Australia is an ASEAN country, however it is not a member nation of the AFF.

City of Greater Geelong Council injects $350,000 into Corio Soccer Club facilities

The City of Greater Geelong Council have announced an initial funding grant of $350,000 into improving Corio Soccer Club’s facilities.

As a part of the Hume Reserve Master Plan, gender neutral change rooms will be developed on the site, as well as an upgrade to the team’s clubrooms.

Hume Reserve is considered one of Geelong’s largest soccer facilities. The reserve is home to three soccer pitches, two of them with lighting.

City of Greater Geelong councillor Eddy Kontelj was excited to commence the works, which have been in the pipeline for the past few years.

“Located in the heartland of soccer in Geelong’s northern suburbs, the Corio Soccer Club is steeped in soccer history and epitomises multiculturalism. This club and its community, that has contributed so much to Geelong, is about to get some back,” councillor Kontelj said.

“As a Geelong councillor, it has been extremely exciting to be working closely with club president – Mario Gregorio, the committee and also the Bell Park community over the past 3 years, to finally bring this extremely progressive and inclusive club room, gender-neutral change room development, plus the Hume Reserve Master Plan to commencement stage.

“The City of Greater Geelong Council’s $350,000 injection is a tremendous boost to kick start this ~$1 million project.

“Hume Reserve is set to be a first-class soccer facility as well as a really inclusive area for the broader community to use. Born and bred in the area, I could not be more pleased and proud of this development,” he concluded.

The implementation of the Hume Reserve Master Plan hopes to reinforce “its role as an important local level soccer facility and valued community open space,” according to the City of Greater Geelong website.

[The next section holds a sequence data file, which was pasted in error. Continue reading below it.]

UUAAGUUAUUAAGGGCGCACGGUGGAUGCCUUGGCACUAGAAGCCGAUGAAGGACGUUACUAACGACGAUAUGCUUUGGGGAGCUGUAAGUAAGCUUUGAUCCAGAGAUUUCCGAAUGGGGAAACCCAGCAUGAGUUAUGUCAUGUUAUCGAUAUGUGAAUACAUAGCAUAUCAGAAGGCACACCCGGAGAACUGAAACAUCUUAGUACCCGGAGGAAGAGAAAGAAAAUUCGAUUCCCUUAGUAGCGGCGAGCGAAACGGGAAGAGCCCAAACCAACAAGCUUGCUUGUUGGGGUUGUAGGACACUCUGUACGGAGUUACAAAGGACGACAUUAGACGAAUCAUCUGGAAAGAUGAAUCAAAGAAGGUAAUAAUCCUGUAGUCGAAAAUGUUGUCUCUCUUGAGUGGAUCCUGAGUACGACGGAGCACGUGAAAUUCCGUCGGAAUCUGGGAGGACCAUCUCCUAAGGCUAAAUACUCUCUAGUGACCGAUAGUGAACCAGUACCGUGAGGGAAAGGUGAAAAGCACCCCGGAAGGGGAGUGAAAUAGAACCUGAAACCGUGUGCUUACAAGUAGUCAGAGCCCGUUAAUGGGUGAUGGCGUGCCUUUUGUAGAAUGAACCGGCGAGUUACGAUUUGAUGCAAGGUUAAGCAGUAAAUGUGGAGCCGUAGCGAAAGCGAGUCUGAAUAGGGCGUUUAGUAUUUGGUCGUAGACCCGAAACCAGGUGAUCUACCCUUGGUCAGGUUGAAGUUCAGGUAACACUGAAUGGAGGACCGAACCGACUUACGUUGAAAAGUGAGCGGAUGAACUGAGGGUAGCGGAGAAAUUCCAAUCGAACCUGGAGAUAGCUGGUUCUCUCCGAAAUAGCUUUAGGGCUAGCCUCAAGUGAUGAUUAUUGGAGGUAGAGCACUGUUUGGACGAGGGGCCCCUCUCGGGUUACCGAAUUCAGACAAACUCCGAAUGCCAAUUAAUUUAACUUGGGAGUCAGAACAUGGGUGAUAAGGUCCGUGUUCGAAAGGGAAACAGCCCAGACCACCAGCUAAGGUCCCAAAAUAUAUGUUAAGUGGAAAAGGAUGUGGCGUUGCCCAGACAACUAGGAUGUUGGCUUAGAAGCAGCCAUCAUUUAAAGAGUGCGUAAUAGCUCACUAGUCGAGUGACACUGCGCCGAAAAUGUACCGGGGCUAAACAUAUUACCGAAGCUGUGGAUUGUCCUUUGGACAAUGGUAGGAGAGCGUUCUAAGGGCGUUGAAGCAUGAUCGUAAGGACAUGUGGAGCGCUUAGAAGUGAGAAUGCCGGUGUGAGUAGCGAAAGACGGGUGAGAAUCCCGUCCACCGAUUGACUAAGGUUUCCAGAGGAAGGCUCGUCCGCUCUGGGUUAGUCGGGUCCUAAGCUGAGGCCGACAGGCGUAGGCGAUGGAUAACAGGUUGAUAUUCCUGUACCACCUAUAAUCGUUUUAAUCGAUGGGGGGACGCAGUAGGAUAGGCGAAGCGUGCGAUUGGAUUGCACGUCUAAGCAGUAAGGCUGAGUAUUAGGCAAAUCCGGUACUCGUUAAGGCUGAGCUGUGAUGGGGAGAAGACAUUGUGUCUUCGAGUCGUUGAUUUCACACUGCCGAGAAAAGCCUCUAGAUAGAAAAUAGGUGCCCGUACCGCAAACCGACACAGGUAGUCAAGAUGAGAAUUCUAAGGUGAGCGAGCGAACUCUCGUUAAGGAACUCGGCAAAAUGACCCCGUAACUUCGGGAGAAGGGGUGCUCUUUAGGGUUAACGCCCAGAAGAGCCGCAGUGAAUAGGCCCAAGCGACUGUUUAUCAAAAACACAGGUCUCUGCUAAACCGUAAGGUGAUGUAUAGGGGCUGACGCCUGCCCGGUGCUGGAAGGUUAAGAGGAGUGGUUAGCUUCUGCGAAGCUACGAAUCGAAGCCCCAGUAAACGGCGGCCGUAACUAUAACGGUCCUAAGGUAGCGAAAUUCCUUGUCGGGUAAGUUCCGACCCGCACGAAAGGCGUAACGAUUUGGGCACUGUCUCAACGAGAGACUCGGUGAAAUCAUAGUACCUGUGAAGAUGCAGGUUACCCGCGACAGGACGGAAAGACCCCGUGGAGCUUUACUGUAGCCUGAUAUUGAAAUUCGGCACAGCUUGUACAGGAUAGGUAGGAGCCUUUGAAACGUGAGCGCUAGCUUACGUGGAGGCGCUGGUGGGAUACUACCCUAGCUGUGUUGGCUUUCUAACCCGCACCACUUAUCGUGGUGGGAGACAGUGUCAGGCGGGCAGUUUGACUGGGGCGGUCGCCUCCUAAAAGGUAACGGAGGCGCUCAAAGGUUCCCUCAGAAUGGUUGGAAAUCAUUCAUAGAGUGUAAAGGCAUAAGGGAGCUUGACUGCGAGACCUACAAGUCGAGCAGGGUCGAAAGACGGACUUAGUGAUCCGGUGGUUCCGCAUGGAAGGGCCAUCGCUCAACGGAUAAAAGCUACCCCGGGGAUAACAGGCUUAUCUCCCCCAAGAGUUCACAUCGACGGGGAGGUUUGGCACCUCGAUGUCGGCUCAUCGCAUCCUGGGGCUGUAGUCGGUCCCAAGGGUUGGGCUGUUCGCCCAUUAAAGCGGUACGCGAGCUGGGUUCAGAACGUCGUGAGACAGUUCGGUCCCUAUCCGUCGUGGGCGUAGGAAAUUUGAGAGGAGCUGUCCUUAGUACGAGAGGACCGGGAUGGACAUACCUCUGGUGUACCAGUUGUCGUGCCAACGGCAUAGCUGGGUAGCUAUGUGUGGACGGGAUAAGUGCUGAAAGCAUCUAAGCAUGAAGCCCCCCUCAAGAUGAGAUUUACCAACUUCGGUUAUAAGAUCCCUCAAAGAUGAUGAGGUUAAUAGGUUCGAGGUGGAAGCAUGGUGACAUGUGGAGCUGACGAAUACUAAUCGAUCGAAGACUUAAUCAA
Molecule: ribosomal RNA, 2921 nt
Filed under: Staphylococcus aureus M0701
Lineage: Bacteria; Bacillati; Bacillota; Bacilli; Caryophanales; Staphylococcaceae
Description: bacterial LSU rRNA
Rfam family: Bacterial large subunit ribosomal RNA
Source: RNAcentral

The City of Greater Geelong’s extended plan for the reserve can be viewed here.

DAZN to exit deals as Twitch launches sports category

DAZN is set to exit multiple soccer broadcasting deals, while Twitch has launched a sports category and partnered with several elite soccer clubs.

UK sports streaming service DAZN is set to exit multiple soccer broadcasting deals, while Twitch has launched a sports category and partnered with several elite soccer clubs.

SportsPro has reported that DAZN will end its contract to broadcast the UEFA Champions league in Asia.

DAZN owns the rights from 2018 to 2021 for the Champions League and Europa League for Japan, Thailand, Laos, Cambodia, Taiwan, Singapore, the Philippines, Malaysia and Brunei.

Bloomberg reported that COVID-19 and the major changes to the schedule caused by the pandemic are the main reasons for DAZN seeking to back out of the agreement.

DAZN only ever launched a platform in Japan. The company ended up sublicensing the rights to other providers for the other nations. Both Bloomberg and SportsPro suggested that DAZN has made a loss on this broadcasting deal.

DAZN has also exited its deal to broadcast Serie A in Brazil, SportBusiness has reported that the streaming service has cancelled the arrangement despite there being another year left on the agreement.

The English Premier League, Ligue 1 and Major League Soccer are also broadcasted by DAZN in Brazil.

Meanwhile Twitch, a live video streaming service known for Esports and gaming, has signed strategic partnerships with Real Madrid, Juventus, Paris Saint-Germain, and Arsenal.

Each club will have their own channel and create content for the platform such as streaming press conferences, friendlies, or youth matches.

Twitch also created a new sports category, meaning users will be able to find all of the sports streams in one section on Twitch.

These elite European football clubs are not the only sports teams or organisations to have deals with Twitch. Some English Premier League games were streamed on the platform last month, while the Ultimate Fighting Championship, National Hockey League and National Basketball Association were also broadcast on Twitch.

Twitch also has deals with England’s Rugby Football League and America’s National Women’s Soccer League.

These sporting organisations provide a range of content for the platform – whether it be live games or reruns of famous matches such as the NBA’s ‘Top Ten Games of the Season’.